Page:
What will happen to your garden when you're gone?
A television interviewer recently asked Tasha Tudor what she thought would happen to her garden when she was gone. “Oh, it’ll be gone in six months after I’m dead,” she said matter-of-factly. “Weeds will take over; no one will remember where each plant came up each season. It’s just a garden as long as I’m the gardener.”
I look at my garden and wonder whether that’s enough for me. Does it really matter that after I’m gone, no one will remember which bed the lemon balm belongs in? Or that no one will care whether the lemon balm and lime balm cross, or whether the shavegrass gets out of its container and runs all over the place?
I recently made out a will, something many people don’t seem to take care of until later in life. It no longer seemed the morbid act that I had imagined it to be when I was younger. Doing so spurred me to think again about my garden’s longevity. I imagine that all gardeners wonder what will happen when they leave their garden. After all, for most of us, it’s paradise on earth, our most relaxing spot, and the place we feel most in control.
Before I bought this farm, Dale and Stella White had gardened here for most of their lifetimes. They had bought the property as newlyweds, built a house, and grown their own produce here for years. They surely were full of hope and excitement at the prospect of building a life for themselves on this piece of farmland. They must have felt it was their paradise, too. How many aching backs from hoeing did they have, how many pounds of sausage did they season with the sage and peppers they grew and how many times did they look out at their garden and admire it in the moonlight as I do mine?
I was well acquainted with Dale and Stella. After they sold me the property two decades ago, they moved a couple of miles down the road, where I visited them off and on until they died. We often talked about what they grew and how they lived fifty years ago.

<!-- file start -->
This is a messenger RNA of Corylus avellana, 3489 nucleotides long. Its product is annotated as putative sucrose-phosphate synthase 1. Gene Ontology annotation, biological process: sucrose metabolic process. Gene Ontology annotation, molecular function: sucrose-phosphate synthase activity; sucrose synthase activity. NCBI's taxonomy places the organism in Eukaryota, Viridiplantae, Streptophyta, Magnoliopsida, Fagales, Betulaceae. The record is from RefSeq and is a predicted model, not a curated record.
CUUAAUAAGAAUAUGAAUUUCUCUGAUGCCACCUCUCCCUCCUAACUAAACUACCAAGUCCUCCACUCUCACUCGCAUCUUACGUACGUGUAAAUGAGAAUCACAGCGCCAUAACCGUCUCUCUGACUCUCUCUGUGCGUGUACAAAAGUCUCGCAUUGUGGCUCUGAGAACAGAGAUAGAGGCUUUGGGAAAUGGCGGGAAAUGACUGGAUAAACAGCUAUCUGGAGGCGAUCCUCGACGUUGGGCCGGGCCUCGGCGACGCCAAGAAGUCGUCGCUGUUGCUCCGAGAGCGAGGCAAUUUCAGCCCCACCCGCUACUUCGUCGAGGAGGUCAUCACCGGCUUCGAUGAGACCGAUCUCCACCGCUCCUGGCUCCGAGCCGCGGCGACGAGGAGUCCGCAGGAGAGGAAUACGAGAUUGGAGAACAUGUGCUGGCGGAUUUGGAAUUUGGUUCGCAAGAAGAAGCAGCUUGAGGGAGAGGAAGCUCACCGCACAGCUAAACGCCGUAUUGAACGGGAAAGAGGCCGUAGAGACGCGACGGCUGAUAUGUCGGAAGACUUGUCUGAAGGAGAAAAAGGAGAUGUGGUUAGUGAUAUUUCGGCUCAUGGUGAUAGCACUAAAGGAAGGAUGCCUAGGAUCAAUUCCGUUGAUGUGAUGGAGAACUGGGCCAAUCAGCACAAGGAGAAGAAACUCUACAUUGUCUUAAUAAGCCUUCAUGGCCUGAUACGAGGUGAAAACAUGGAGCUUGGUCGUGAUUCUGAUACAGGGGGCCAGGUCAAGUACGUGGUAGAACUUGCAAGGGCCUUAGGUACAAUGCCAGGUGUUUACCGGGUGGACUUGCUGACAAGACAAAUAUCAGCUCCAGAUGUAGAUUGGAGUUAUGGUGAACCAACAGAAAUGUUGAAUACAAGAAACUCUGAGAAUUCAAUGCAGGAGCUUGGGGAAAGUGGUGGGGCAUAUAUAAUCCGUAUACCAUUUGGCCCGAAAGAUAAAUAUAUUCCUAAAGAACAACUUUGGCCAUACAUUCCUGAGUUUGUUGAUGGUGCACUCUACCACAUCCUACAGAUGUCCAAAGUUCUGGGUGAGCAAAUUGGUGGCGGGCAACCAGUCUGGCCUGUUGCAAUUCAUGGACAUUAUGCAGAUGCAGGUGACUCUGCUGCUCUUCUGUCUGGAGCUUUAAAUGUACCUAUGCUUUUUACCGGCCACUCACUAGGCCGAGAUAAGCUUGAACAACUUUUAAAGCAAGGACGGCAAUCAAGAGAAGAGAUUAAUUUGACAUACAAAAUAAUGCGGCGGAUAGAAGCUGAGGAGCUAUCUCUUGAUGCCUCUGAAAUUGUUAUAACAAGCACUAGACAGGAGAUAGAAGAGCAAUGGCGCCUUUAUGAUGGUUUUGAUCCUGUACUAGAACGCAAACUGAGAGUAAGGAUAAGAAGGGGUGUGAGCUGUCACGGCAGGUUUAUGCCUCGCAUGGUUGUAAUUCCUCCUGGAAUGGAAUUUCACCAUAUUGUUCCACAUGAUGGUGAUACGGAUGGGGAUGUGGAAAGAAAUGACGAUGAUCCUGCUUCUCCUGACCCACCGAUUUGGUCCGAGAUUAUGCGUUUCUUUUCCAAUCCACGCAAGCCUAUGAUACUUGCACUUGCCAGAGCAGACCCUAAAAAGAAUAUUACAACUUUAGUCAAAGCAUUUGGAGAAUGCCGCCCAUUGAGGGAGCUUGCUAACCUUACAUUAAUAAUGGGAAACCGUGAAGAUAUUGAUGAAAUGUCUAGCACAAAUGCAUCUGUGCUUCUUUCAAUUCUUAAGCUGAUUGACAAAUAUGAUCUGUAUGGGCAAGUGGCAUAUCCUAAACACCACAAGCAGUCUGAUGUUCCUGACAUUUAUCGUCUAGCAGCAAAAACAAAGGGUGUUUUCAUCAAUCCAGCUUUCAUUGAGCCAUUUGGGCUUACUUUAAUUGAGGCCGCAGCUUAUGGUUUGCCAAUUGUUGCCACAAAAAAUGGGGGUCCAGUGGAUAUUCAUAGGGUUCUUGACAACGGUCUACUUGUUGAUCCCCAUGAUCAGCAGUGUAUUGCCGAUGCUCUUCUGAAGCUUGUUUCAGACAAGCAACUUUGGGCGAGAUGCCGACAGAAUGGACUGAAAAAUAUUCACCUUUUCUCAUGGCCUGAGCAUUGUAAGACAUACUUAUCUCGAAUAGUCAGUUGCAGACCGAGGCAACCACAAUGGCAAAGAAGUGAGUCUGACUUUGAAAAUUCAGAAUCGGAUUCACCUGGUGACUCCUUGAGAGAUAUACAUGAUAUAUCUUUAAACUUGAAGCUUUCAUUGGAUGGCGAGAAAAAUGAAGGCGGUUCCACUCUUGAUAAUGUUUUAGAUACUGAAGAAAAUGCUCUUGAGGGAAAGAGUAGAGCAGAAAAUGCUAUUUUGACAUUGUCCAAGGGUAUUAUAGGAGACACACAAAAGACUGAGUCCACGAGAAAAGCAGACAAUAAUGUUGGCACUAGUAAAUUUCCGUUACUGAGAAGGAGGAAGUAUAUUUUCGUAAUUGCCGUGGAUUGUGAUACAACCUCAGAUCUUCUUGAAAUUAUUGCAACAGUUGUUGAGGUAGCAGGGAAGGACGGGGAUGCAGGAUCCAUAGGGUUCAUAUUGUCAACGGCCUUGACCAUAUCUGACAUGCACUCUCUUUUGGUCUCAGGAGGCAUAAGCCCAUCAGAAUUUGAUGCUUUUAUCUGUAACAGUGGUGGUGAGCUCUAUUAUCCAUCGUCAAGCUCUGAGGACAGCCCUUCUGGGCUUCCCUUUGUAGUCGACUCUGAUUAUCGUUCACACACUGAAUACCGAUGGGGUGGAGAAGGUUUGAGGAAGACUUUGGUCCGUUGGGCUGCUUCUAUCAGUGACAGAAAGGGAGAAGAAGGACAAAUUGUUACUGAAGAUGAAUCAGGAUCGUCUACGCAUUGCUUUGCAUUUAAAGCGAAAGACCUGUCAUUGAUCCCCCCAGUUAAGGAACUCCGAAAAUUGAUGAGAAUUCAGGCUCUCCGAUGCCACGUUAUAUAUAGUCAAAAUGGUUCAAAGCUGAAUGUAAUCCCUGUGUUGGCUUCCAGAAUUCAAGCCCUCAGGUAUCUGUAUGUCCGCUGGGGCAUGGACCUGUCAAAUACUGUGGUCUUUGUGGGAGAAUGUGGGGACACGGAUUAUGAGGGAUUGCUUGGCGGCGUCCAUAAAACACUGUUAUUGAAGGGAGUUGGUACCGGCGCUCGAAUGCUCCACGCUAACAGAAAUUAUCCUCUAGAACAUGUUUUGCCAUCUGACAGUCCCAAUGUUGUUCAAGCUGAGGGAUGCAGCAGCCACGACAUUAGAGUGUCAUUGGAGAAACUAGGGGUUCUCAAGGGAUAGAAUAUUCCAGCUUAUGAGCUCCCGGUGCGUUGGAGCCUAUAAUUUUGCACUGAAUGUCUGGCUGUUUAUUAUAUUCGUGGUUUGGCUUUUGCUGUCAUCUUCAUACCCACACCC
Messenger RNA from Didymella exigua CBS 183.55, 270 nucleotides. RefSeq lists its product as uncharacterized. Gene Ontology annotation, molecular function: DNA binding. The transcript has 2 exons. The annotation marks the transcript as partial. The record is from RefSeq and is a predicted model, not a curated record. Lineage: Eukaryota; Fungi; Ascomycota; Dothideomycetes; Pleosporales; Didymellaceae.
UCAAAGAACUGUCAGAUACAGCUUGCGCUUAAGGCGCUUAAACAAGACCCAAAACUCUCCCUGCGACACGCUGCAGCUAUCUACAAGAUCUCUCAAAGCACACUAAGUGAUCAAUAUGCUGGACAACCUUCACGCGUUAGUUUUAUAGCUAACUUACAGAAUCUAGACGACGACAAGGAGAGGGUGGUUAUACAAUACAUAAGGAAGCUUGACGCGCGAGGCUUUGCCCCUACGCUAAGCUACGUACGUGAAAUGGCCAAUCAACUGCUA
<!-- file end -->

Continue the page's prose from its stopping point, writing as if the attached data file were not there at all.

During the 1940s and 1950s, Dale and Stella grew goldenseal (which they called yellowroot) and ginseng as cash crops. A lake now covers the wooded area where they once harvested the roots of these two medicinal herbs, and today, pastureland and dry hillsides rise above the lakeshore. About five years ago, I planted some goldenseal in my garden, and I think of Dale and Stella whenever I see its tiny white blossoms and crinkly olive green leaves like those of miniature mayapples.
The goldenseal is thriving in moist, fertile soil in a spot near a grapevine-covered arbor where it receives morning sun but is fully shaded during the rest of the day. Growing next to it are a ginseng plant, a few foxgloves, violets and native sweet cicely. Coltsfoot, wild ginger and bloodroot grow nearby as they might in a natural setting. Each year, I renew the pine-needle mulch—in my opinion, the best mulch for any herb bed—but otherwise I don’t disturb the little planting.
Dale and Stella are both gone now, and their most recent garden has been bulldozed for a new landowner’s project, yet I feel that a piece of them survives in my garden in the plants they liked and grew. Maybe the best legacy for me to leave for some future gardener is a bounty of wild and naturalized plants scattered among the stones and the pathways I’ve built. I can only hope that whoever lives here in the future will find as much pleasure as I have in tending the soil and growing something new and wonderful each year.
Jim Long is an herbalist and the owner of Long Creek Herb Farm in Oak Grove, Arkansas.
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